Alabama court rules insurance company did not have duty to advise manufacturer concerning coverage before fire

By Charmaine Little | Jan 9, 2019

MONTGOMERY, Ala. (Legal Newsline) – On Dec. 21, the Supreme Court of Alabama sided with an insurance company in a lawsuit over insurance coverage for a fire at a factory.

Mattress company Somnus Mattress Corp. appealed the decision from the Winston Circuit Court that granted summary judgment for Somnus’ insurance company, Crutchfield & Graves Insurance Agency LLC (CGIA), and Stephen Hilson. The Supreme Court affirmed the Circuit Court's decision.

"Somnus failed to present substantial evidence creating a genuine issue of material fact as to the advice Hilson gave (Somnus founder Charles) Jones in 2012 with respect to Somnus obtaining business-income coverage," the Supreme Court wrote.

"Somnus also failed to establish the Hilson and CGIA had voluntarily assumed a duty to advise Somnus concerning the adequacy of its insurance coverage."

Somnus filed a negligence lawsuit in 2015 after its factory caught fire in 2013 and blamed Hilson for allegedly not advising Somnus to include business-income coverage in its property insurance policy. The coverage was designed to assist with business interruption and any loss of profits amid unexpected events, like a fire.

The Supreme Court ruled that it not only was not Hilson’s duty to advise such a policy, but that Somnus couldn’t prove Hilson failed to do so.

“Without such a duty, as a matter of law Somnus could not establish that Hilson and CGIA were negligent in their actions,” the court said. "Therefore, the Circuit Court did not err in entering a summary judgment in favor of Hilson and CGIA.”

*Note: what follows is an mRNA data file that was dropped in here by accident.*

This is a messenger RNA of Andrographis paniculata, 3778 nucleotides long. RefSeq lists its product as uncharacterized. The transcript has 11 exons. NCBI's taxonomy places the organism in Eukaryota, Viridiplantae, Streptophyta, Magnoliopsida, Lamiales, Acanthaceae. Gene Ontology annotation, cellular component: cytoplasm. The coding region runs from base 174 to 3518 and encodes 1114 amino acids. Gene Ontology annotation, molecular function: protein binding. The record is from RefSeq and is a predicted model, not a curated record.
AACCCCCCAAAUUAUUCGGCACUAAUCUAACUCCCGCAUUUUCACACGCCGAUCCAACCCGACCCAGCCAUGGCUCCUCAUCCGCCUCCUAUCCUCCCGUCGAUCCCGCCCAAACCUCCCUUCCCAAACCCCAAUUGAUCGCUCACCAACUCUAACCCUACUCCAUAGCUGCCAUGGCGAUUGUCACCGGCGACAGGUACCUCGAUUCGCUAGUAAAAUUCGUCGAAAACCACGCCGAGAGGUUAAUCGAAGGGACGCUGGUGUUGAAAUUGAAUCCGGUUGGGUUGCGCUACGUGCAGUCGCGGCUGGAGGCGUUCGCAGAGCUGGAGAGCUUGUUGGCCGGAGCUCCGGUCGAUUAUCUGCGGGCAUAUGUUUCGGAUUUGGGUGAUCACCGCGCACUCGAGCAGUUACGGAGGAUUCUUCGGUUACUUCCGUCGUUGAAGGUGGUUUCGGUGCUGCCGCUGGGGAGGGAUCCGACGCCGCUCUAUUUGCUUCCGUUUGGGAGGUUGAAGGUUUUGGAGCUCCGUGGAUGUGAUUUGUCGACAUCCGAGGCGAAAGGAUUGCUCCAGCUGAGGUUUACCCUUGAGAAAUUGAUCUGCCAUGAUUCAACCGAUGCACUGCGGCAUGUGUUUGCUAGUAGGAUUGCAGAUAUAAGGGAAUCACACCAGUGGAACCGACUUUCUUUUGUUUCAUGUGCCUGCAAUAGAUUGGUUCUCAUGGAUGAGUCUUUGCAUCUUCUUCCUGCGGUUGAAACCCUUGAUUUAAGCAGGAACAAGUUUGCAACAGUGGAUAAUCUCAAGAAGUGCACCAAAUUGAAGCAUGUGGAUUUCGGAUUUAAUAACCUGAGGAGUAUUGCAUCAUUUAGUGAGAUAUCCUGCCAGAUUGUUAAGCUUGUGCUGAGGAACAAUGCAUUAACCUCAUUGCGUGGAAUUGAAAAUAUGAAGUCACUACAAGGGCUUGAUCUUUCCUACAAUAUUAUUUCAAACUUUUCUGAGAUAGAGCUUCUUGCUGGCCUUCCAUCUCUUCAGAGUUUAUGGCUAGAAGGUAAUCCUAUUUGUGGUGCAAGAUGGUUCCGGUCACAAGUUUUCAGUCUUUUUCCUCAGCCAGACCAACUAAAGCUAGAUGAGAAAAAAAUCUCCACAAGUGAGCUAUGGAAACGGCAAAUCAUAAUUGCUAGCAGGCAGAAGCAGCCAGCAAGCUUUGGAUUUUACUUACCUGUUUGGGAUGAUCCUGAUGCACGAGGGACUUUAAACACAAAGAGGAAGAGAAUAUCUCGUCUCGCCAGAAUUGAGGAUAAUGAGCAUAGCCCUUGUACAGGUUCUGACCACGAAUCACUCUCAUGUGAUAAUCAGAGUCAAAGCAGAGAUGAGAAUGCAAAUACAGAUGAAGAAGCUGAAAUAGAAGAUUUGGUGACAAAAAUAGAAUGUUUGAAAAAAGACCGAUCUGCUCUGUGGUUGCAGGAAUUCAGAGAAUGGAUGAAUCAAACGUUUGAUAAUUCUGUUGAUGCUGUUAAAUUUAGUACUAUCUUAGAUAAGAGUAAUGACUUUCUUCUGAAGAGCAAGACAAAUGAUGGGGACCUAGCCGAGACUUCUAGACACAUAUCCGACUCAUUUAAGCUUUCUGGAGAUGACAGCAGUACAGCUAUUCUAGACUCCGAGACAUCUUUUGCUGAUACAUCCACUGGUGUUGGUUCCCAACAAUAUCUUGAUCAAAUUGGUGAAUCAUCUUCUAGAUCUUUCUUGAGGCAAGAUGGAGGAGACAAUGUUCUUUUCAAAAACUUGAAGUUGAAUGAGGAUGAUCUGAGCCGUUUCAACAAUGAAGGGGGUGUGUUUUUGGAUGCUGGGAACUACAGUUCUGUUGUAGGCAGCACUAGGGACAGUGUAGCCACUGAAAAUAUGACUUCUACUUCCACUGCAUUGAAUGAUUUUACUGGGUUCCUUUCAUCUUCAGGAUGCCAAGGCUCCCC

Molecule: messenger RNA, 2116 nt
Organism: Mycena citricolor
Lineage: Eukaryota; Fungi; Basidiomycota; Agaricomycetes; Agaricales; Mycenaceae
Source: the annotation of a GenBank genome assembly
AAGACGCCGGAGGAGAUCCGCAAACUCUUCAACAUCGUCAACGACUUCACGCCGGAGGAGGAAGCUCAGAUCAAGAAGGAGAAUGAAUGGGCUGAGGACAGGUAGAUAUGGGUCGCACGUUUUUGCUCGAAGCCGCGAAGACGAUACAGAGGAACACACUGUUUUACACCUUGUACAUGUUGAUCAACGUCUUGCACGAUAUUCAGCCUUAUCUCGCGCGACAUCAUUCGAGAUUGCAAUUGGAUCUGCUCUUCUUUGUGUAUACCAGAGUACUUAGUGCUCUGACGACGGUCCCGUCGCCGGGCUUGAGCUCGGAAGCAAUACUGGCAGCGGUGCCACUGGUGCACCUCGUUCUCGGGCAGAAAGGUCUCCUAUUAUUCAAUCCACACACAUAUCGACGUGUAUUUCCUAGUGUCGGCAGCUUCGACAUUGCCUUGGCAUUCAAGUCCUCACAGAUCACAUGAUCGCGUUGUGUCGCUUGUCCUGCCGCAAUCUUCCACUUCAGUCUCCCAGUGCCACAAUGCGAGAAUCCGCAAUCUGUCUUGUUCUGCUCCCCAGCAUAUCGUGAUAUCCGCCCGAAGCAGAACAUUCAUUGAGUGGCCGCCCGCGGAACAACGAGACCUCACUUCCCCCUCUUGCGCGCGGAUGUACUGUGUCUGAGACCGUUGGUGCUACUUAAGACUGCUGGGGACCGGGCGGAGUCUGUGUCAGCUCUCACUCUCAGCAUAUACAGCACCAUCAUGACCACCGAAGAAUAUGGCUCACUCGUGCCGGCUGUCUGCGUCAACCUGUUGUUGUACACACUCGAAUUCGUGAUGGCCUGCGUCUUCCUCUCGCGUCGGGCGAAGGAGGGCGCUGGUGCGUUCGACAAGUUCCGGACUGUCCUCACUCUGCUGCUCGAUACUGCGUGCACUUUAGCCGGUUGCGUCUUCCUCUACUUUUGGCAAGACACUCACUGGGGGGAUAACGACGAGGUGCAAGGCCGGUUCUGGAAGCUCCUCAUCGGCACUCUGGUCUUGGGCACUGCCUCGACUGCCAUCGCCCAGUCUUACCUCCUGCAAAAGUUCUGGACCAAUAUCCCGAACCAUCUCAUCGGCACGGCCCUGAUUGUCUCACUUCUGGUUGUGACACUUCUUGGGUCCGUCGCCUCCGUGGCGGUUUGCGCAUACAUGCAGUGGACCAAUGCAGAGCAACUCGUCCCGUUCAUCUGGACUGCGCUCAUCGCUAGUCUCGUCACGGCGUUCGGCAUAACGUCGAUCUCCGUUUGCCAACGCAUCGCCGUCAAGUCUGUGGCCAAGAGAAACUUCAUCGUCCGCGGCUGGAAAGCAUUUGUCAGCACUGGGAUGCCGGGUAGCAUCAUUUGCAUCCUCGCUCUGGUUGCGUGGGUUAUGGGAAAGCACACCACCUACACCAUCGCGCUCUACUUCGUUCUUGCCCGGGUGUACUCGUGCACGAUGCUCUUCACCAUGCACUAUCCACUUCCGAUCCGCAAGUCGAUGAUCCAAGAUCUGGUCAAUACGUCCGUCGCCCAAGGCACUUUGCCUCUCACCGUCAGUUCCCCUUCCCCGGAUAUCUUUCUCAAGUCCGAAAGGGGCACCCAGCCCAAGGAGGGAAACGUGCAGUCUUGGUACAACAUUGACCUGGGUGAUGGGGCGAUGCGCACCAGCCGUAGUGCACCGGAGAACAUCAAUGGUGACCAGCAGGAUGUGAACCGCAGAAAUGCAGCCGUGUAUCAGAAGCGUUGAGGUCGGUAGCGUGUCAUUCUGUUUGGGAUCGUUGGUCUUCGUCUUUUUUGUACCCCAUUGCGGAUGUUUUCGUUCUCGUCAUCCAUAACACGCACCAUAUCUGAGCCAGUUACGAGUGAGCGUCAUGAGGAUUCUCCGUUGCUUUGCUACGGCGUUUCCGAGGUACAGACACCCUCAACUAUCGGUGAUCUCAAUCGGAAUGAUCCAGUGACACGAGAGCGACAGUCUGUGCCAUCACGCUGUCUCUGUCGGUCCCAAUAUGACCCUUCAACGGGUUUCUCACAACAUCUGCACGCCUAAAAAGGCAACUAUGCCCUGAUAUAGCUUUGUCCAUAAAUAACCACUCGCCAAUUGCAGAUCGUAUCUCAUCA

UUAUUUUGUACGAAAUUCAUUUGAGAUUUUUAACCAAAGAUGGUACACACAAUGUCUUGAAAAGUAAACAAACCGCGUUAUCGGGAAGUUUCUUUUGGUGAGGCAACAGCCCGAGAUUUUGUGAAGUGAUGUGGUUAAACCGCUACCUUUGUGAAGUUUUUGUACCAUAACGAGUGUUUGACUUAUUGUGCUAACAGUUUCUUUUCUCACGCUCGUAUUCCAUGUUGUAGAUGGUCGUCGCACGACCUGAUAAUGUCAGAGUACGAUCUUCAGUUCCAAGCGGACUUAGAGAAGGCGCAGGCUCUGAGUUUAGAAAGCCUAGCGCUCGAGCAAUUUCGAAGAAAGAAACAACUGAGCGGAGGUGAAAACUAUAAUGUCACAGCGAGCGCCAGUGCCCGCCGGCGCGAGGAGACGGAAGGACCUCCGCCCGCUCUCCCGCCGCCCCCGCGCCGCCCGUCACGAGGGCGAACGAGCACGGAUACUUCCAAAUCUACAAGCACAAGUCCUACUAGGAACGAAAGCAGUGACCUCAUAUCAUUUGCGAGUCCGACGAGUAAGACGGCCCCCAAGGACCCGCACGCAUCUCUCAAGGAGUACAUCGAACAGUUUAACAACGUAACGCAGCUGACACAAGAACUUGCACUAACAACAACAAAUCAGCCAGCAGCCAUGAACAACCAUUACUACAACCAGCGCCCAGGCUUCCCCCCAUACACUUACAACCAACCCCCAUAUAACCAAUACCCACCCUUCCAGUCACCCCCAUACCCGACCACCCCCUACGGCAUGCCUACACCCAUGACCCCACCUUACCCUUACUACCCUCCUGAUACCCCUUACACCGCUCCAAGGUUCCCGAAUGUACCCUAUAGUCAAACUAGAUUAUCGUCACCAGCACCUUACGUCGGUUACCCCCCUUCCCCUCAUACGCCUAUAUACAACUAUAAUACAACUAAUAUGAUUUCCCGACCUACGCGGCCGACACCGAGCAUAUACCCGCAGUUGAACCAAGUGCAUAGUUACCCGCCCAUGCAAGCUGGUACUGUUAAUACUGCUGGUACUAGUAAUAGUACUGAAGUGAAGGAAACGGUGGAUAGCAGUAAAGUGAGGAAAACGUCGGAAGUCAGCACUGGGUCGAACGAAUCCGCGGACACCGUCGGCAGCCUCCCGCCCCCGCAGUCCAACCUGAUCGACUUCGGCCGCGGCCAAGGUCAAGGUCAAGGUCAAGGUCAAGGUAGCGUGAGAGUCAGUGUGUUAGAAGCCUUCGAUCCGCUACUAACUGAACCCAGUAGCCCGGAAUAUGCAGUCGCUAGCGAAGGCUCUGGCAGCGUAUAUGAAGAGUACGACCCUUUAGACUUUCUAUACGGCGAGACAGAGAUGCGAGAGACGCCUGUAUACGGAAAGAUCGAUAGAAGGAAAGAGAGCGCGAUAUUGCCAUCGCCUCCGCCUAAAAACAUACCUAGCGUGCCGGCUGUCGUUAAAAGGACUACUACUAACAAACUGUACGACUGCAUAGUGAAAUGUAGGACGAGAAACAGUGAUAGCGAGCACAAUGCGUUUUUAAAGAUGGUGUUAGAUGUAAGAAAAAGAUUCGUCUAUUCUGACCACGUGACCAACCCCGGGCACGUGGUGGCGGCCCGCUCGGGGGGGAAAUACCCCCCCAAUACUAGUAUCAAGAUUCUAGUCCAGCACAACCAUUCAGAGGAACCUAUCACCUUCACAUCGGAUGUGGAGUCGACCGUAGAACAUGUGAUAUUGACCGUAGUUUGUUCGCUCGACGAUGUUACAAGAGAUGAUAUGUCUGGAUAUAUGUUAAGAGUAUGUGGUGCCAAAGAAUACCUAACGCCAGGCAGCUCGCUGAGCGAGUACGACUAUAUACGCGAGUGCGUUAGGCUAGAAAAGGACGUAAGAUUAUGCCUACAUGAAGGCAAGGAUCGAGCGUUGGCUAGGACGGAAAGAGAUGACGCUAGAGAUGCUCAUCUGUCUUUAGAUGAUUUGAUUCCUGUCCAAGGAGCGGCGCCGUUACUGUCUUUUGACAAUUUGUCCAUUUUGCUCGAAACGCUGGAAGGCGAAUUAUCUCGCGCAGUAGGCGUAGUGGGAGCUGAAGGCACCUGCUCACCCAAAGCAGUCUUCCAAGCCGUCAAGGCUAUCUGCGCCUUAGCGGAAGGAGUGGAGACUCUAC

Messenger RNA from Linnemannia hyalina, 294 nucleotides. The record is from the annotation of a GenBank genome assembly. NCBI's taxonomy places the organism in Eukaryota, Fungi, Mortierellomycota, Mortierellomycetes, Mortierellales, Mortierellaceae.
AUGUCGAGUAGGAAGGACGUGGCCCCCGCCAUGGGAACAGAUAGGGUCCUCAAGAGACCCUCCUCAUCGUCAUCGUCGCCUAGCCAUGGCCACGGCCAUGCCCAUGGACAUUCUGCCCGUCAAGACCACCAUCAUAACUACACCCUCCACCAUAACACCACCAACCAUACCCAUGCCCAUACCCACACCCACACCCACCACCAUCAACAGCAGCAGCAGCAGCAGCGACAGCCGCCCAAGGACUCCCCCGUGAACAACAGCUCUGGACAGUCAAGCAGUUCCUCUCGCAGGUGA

Hilson and Jones began communication about CGIA serving as Somnus’ insurance agency in 2009, the opinion states. 

Hilson said during this meeting, he gave Jones a quote for the business-income coverage, but Somnus refused it on multiple occasions because it was too pricey, the opinion states. 

While Jones confessed that he couldn’t recall if Hilson had offered the insurance, the opinion states he said he turned it down in 2009 because Hilson was the one who told him that it was too expensive. 

The Supreme Court ruled that not remembering if a conversation took place is not enough evidence to combat Hilson’s testimony. Hilson alleged Somnus insisted on not getting the insurance every year during the renewal period, including the 2012 renewal that is in question. 

Justice Brady Mendheim Jr. ruled on the case while Chief Justice Lyn Stuart and justices Tom Parker, James Allen Main and Tommy Bryan concurred.

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